Cc: Troy Hurst <>, Lorri Hengst <>

Lancaster Mennonite School is looking for great people to join our team. Would you please place the following announcement in your church bulletin, e-newsletter or other means of communicating with your congregation in the next week?

CUSTODIAN – New Danville Campus

The New Danville Campus is seeking a custodian for four hours a day. Cleaning can be done anytime between 3:00 pm and 7:15 am.

Interested persons should contact Troy Hurst, at

Thank you!


Aubrey Kreider

Director of Marketing & Communications


Lancaster Mennonite

Wednesday, August 28, 2019

Fwd: A vibrant church grows, despite our flaws

---------- Forwarded message ---------
From: Mennonite Mission Network <>
Date: Wed, Aug 28, 2019 at 4:00 PM
Subject: A vibrant church grows, despite our flaws
To: <>

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Jane Ross Richer, Rubén, and Elena Grefa who, along with her husband and family, invited Rubén to live with them while he is in high school and has received him like one of her own sons.

A young boy finds a home

By Zachary Headings

In Ecuador, the Ross Richers support indigenous pastors and leaders in themes of creation care, economic justice, inclusion of women and children, youth empowerment, and community development initiations. Their commitment of creating deep roots and relationships gives them opportunities to respond in appropriate and loving ways to the needs around them.

As Christians we pray … "on earth as it is in heaven." However, there are times when it is difficult to know how heaven should look. In these moments we look for guidance from Scripture, through prayer, and from our brothers and sisters who surround us.

Jane and Jerrell Ross Richer serve in a two-way mission: They accompany indigenous communities and churches in the Amazon rain forest in Ecuador half the year, and then return to the United States where they are intentional about sharing in educational and church settings what they learn from brothers and sisters in Ecuador. Recently, they navigated a complex situation in Ecuador where they felt led to care for a 14-year-old Cofán boy, Rubén.*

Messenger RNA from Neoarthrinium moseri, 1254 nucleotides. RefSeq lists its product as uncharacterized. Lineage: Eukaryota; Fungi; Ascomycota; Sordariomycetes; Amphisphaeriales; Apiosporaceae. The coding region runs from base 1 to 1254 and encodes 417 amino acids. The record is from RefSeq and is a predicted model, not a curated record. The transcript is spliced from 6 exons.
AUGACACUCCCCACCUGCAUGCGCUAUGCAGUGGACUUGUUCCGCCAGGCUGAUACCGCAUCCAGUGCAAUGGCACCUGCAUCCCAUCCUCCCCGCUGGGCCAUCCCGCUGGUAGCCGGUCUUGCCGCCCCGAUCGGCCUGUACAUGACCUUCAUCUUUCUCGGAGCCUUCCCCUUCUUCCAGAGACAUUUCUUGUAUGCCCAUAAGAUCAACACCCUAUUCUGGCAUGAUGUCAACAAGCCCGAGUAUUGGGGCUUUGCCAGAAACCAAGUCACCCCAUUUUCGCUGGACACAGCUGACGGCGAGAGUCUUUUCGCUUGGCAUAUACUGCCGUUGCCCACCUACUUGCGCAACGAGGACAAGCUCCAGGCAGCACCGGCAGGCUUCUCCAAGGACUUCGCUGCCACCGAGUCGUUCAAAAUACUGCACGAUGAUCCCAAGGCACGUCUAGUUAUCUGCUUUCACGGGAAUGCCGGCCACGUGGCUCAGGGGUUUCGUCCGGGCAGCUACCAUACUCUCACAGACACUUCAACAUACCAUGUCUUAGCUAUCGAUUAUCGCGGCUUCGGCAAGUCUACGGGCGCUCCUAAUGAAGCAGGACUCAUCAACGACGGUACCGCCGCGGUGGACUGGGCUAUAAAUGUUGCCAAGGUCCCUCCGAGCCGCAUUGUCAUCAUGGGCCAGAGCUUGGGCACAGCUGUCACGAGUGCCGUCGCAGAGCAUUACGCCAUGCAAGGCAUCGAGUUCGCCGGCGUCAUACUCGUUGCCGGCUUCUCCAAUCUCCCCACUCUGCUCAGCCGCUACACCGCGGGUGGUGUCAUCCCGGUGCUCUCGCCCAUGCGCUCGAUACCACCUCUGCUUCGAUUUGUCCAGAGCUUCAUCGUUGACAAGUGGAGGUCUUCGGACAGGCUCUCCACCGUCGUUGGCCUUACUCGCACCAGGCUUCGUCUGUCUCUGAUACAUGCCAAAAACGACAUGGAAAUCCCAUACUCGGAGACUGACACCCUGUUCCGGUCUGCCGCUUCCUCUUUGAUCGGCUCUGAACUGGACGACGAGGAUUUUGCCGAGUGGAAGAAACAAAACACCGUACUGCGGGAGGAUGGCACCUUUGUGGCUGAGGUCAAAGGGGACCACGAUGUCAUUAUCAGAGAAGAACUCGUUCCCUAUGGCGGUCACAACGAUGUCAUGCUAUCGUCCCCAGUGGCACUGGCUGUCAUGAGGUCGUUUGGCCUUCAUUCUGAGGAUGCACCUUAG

Ross Richers released a prayer letter on May 3: "Last month, a day before we left the village of Zábalo, Rubén's aging father passed away, and we believe the Good Shepherd brought the boy to our home."  

The Ross Richers have known Rubén for four years. He often arrived at their home early in the morning and stayed until late evening. In that time, Jane said, they have found that he contributes much to the world. "He has a profound understanding of the rain forest and what it takes to survive. He is a hunter and a fisherman. These skills are core to his indigenous identity." The Cofán of Zábalo call themselves the guardians of the rain forest. They possess the title to 160 thousand hectares (395,000 acres) of protected rain forest.

Several months earlier when the Ross Richers returned to Zábalo from the United States in January, Rubén no longer lived in the village. At the time that his father's health was deteriorating, Rubén faced the choice that many indigenous youth face: stay in his community or pursue a high-school education away from home. When his father passed, it was clear that he didn't have a support system to stay where he was. The Ross Richers felt God calling them to act, and so they received him into their home.
Rubén (second from left) joins students Segundo Requelme, Magaly Rivadeneyra, Jennyfer Gaibor, Lensin Waam, and Santiago Segarra during a time of worship at the Instituto de Misiones Ninawachi in Huaticocha, Ecuador.
They had sensed the presence of Christ within Rubén. "As Christ, through this beloved child, is teaching us, we are also loving and affirming him. Together, we are experiencing the kingdom of God, here and now."

The Ross Richer family returned to Goshen at the end of June. Before they came back, through prayer and discernment, they found Rubén a home that fit his goals. He was received by a foster family from a Kichwa indigenous church near a rural public school where he can study.

Jane said, "We trust that this new family and community … will be equipped to guide and direct Rubén, while at the same time helping him to remain connected to the land."

In caring for Rubén, the Ross Richer family asks for prayer for Rubén that God's love will console his lonely heart and restore that which is broken.  

While Sierra attends Goshen College, Jane, Jerrell, Naomi, Teresa and Jordan will return to Zábalo in January 2020, where they will continue their two-way mission—supporting and learning from the Cofán and other indigenous peoples as they serve Christ.
Give Now
At the Ecuador Partnership meeting held in Quito, all voices are heard around the table.